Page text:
Wednesday, November 20, 2013

Gov. Mead: Camp Guernsey won't try to grab ranch land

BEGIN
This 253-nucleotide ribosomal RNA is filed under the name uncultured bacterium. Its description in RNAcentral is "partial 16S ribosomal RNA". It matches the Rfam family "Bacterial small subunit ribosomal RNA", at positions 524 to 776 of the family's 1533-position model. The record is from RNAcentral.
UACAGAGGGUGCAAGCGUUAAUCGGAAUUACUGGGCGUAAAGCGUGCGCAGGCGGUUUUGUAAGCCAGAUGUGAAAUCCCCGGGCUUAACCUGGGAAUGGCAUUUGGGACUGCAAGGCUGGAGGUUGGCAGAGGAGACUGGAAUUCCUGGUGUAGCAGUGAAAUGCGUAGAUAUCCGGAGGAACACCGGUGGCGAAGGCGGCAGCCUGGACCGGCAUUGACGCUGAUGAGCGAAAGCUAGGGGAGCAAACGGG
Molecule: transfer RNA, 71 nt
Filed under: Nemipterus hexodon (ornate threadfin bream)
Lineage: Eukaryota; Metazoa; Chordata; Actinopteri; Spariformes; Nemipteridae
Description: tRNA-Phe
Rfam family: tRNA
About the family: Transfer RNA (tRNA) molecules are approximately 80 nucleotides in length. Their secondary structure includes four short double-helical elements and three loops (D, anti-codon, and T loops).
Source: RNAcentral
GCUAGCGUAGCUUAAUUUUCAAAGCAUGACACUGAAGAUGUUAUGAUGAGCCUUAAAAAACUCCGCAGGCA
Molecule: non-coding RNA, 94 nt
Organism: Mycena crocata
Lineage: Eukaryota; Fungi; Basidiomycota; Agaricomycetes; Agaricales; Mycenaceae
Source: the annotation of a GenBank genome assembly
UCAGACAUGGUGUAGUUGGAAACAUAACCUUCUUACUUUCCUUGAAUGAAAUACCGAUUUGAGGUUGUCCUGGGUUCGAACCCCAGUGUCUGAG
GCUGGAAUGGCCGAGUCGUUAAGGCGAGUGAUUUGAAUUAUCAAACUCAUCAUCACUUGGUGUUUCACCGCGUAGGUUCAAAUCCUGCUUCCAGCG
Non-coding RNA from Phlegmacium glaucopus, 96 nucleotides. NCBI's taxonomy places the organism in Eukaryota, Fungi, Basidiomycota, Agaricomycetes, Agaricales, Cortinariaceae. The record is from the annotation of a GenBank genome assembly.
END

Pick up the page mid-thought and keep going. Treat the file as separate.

More than 100 people crowded into the Wheatland armory on Monday afternoon to ask Gov. Matt Mead about the plans for various government-owned lands around a local military training center. The federal Bureau of Land Management has expressed interest in divesting itself of thousands of acres of land in and around Camp Guernsey in Wheatland, with the Wyoming Military Department reacting favorably to the proposal. Maj. Gen. Luke Reiner, the adjutant general for the Wyoming Military Department, said he would like to see the exchange take place in order for Camp Guernsey to gain full control of land within the base boundaries, as well as to “square off” some of its jagged borders, which he said would make it easier for camp personnel to train. But the plan has been met with mixed reactions from area ranchers. Some have expressed willingness to swap portions of their leased BLM land with Camp Guernsey, while others fear the talks constitute an attempt at a “land grab.” One flier circulated before Monday’s meeting made that very charge, but Mead dismissed the notion, adding that the Wyoming Military Department will not negotiate for any parcel of BLM land if the rancher using it objects. “The problem that’s developed over the last year and a half is, I’ve had people come forth and say, ‘Why are you taking so-and-so’s land? We hear you’re using imminent domain,’” Mead said. “We’re not using imminent domain or grabbing any land. We’re saying if you’d rather have the state as a partner than the federal government, that’s up to you.” To demonstrate those intentions, Mead pointed to the example of local rancher Bill Criss, whose ranch occupies 6,000 acres to the south of Camp Guernsey, including a 2,500-acre swath of BLM land that cuts right through the ranch. Criss’ family has leased that land for more than 131 years, and when Criss objected to any possible extension of the camp onto that land, Mead said the Wyoming Military Department declined to pursue the matter further. “I’ve told the general it’s got to be voluntary; the best person to evaluate whether it’s a good deal or not is the individual rancher,” Mead said. “If he doesn’t want to do it, he doesn’t want to do it, so it’s over. Mr. Criss, we understand, is not interested, so there is no swap.” But Mead encouraged those ranchers that are interested in a swap to contact the military department to let their views be known. The same, he said, goes for anyone else opposed to a swap. Several attendees expressed an interest in seeing the BLM lands turned over, not to the Wyoming Military Department, but rather directly to the state. Mead agreed that was what he’d like to see as well but added that BLM has been thus far unwilling to do so, stipulating that if any federal lands are turned over to Wyoming, it would have to be through the military department. “That’s how they would do it, if they do it, when they do it,” he said...more

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